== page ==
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This was somewhat inspired by this question but is a bit different: I am interested in if there are any known systems in which the angular size of the eclipsing object is almost the same as the angular size of the object being eclipsed from the surface of a planet, as is the case for the Moon and the Sun as viewed from Earth. This is the only way that one can get "annular" eclipses, or eclipses in which the host star's corona is clearly visible. This could be the case for some moons in the solar system (which requires that they eclipse at all), and at least Phobos in particular seems to have a similar angular size to the Sun as viewed from Mars,

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but it could also be true for some known (or candidate) multiple-planet exoplanetary systems in which the periods of the two planets are not too different. Probably a perusal of the public Kepler candidate sample would be helpful here.

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The Sun's corona is not clearly visible during an annular eclipse, only during a total eclipse that blocks the entire photosphere. (The photosphere is much brighter than the corona.) The Earth-Moon-Sun geometry is coincidentally quite unusual, in that the Moon can just barely block the photosphere, leaving the corona visible all around the visible disk. An eclipse of the Sun seen from the surface of the Moon, where the Earth blocks the photosphere, could still leave part of the corona visible (but refraction through the Earth's atmosphere could cause some interesting effects). –  Keith Thompson Sep 26 '13 at 20:28
    
I haven't crunched the numbers, but solar eclipses caused by a planet passing in front of the Sun as seen from the surface of a moon might be a good place to look. –  Keith Thompson Sep 26 '13 at 20:28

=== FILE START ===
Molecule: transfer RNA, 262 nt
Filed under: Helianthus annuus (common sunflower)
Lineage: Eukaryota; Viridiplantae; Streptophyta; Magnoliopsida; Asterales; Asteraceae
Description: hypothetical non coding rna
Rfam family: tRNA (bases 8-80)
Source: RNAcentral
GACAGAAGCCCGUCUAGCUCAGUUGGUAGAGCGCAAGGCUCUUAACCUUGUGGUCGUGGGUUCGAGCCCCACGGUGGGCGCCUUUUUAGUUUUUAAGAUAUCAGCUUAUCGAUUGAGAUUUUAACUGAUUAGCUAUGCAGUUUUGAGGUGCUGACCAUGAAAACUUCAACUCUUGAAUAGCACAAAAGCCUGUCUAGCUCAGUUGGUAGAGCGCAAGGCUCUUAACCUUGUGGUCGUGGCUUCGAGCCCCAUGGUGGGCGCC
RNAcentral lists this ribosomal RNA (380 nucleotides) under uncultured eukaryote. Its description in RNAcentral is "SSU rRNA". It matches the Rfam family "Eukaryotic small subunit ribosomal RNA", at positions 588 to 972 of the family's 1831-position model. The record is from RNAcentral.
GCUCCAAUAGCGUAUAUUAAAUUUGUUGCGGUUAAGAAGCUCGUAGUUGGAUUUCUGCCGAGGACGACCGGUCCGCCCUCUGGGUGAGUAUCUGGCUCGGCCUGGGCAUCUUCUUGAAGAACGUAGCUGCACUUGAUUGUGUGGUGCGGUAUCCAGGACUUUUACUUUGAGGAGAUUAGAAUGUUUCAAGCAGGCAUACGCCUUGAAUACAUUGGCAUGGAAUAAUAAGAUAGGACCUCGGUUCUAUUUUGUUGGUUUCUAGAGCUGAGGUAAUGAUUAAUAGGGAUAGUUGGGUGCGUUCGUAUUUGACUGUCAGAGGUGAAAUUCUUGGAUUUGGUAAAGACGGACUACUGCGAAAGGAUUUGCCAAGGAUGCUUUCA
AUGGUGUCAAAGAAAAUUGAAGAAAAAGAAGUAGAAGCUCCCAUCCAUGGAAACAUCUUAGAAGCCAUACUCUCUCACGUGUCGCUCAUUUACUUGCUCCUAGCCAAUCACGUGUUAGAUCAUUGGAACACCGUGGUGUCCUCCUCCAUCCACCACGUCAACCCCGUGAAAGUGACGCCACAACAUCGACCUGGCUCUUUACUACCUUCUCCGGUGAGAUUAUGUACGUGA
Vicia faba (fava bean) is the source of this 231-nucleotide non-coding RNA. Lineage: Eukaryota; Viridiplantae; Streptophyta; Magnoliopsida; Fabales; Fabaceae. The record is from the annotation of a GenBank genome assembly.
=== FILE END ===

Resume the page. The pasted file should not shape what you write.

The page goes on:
@KeithThompson I should mention that the title of my question was edited by Robert Cartaino, I originally asked if other bodies have eclipses that are as "spectacular" as Earth's (which is a bit subjective), annular eclipses being one particularly impressive type of eclipse. –  Guillochon Sep 26 '13 at 20:36
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This will depend the position of the observer and (obviously) the relative sizes of the star and the eclipsing body.

For an intelligent observer standing on the surface of a planet the most obvious and likely candidate for an eclipsing body would be a moon of that planet. The nearer the planet is to the sun the larger that moon has to be, and the further the planet is away from the star the smaller the moon can be.

Finding planets around stars is hard enough, finding moons that will be orbiting quite closely around those planets across interstellar distances is even harder (I'm not going to say impossible, but it's pretty close) with current technology, so at the moment the answer is "None, that we know of".

Also don't forget that, according to current theories, the moon was formed when a large Mars sized body collided with the nascent Earth, the chances of another Earth/Moon type system is probably remote. This means that most natural satellites are likely to be Phobos sized bodies. Therefore to get an eclipse the planet would have to be further out from the star (so the star looks smaller) and that would tend to put it on the edge of the "Goldilocks" zone, making the likelihood of there being an intelligent observer somewhat rare.

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Some known exoplanets are very close to one another, with one planet appearing very large in the other planet's sky (e.g. Kepler-36). I think near-annular eclipses would be possible in these sorts of systems. –  Guillochon Sep 26 '13 at 20:39
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